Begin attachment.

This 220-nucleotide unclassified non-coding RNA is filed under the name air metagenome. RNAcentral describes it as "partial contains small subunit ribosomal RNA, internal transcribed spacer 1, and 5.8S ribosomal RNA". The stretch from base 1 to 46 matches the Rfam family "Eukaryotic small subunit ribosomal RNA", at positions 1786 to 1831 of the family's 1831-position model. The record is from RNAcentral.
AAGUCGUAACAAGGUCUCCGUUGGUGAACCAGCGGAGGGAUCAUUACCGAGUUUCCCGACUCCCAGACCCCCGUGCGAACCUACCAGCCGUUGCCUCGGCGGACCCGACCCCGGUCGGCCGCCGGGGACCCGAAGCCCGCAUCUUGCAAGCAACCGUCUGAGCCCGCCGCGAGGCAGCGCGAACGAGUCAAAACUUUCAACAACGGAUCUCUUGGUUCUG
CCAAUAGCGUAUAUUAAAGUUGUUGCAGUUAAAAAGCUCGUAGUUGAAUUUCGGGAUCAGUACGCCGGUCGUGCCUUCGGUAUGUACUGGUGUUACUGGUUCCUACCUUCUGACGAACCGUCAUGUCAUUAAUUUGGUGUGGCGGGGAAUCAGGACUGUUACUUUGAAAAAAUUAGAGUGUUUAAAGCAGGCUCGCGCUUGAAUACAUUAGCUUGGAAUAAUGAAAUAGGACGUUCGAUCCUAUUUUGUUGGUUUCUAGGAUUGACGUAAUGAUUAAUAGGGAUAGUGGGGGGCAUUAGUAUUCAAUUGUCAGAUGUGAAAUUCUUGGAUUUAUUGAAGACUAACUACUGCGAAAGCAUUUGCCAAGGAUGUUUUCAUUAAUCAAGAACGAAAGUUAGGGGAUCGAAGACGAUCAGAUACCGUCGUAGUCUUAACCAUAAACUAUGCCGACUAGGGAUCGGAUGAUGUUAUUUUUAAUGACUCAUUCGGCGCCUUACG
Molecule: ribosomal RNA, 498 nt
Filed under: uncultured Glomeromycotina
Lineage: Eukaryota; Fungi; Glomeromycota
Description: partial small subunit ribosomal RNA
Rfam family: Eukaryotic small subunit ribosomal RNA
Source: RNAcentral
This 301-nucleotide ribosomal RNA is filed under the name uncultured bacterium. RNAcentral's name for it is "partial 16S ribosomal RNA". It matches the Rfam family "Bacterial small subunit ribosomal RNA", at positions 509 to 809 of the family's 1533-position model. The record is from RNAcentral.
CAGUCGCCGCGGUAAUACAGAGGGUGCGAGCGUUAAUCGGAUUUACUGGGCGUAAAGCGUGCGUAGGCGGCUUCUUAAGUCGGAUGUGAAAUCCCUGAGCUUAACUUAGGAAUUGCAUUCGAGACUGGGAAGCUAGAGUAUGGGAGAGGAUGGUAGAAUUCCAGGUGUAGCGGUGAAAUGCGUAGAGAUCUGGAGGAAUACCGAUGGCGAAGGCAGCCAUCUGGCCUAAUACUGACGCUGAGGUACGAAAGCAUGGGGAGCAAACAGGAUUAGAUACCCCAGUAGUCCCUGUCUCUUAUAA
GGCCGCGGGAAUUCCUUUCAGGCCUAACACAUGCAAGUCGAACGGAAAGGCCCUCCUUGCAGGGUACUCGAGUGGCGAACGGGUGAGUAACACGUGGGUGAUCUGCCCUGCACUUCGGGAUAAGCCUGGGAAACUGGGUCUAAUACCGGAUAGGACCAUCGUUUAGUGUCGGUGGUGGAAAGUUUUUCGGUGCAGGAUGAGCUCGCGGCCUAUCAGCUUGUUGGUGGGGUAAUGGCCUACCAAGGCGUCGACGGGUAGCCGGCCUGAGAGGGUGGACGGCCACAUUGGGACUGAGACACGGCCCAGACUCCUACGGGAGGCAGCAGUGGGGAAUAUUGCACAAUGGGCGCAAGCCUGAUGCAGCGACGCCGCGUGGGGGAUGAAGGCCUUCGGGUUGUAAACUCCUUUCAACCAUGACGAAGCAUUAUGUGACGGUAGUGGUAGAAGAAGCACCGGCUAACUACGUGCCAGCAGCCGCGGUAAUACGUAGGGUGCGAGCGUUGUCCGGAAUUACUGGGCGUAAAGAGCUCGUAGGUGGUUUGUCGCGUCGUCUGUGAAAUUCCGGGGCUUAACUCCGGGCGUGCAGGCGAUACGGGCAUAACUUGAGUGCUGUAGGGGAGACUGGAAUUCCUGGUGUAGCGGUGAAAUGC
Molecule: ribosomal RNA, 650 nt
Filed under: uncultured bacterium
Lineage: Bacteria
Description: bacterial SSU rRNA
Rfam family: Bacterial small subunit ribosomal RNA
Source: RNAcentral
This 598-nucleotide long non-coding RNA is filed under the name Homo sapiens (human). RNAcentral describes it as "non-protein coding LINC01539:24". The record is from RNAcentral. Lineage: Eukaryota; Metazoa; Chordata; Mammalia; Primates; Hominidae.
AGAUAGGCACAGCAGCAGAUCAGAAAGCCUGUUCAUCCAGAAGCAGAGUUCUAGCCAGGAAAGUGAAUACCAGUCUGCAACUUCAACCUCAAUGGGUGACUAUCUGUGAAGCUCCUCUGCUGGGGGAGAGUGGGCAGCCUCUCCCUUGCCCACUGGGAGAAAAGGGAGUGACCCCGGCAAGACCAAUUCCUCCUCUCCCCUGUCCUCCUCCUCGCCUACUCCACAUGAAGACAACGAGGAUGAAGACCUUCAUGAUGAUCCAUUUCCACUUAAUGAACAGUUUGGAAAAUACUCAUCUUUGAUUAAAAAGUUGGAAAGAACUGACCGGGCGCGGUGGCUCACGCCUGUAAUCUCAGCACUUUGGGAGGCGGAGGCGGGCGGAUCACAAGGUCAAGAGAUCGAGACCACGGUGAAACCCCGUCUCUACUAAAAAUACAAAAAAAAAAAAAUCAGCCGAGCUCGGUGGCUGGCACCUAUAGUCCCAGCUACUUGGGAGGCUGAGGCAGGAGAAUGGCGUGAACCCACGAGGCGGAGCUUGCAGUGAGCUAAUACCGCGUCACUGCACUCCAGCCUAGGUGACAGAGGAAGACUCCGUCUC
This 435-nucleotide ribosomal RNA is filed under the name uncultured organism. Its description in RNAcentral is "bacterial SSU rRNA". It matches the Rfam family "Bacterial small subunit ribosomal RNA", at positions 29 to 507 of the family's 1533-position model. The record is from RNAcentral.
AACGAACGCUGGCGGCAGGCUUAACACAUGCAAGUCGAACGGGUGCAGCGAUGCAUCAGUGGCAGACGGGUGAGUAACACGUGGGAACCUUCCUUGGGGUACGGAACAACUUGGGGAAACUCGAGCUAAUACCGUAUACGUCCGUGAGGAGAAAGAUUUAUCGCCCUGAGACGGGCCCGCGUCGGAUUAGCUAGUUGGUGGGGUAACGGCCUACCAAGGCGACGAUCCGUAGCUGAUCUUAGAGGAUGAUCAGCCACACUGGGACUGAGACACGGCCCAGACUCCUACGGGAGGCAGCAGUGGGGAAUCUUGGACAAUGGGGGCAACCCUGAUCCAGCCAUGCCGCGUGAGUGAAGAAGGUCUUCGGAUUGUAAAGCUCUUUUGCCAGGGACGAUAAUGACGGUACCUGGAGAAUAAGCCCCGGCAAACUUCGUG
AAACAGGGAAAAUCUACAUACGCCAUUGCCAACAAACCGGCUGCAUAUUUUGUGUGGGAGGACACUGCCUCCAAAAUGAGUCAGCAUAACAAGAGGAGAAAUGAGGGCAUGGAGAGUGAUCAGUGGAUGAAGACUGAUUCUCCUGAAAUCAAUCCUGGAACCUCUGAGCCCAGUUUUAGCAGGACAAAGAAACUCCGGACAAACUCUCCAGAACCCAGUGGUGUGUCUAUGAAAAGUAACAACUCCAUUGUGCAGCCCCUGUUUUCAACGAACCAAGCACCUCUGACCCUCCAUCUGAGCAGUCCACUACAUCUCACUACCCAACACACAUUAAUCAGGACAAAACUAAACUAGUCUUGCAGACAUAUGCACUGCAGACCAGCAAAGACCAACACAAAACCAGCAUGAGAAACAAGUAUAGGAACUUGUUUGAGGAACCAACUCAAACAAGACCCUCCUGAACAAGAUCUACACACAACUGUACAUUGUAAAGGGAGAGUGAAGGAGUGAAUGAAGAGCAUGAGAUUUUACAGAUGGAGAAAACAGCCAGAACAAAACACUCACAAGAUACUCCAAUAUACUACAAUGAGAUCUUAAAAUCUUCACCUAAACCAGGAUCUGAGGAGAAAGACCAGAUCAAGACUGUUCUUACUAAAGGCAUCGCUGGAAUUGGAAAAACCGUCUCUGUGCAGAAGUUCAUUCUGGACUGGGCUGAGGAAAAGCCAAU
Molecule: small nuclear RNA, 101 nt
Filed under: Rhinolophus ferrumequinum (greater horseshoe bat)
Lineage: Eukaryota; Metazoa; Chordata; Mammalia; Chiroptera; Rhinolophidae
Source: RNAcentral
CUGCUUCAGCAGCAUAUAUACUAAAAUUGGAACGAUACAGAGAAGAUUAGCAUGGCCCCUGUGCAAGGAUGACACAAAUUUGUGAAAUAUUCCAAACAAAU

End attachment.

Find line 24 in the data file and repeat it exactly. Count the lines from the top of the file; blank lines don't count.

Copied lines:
Molecule: small nuclear RNA, 101 nt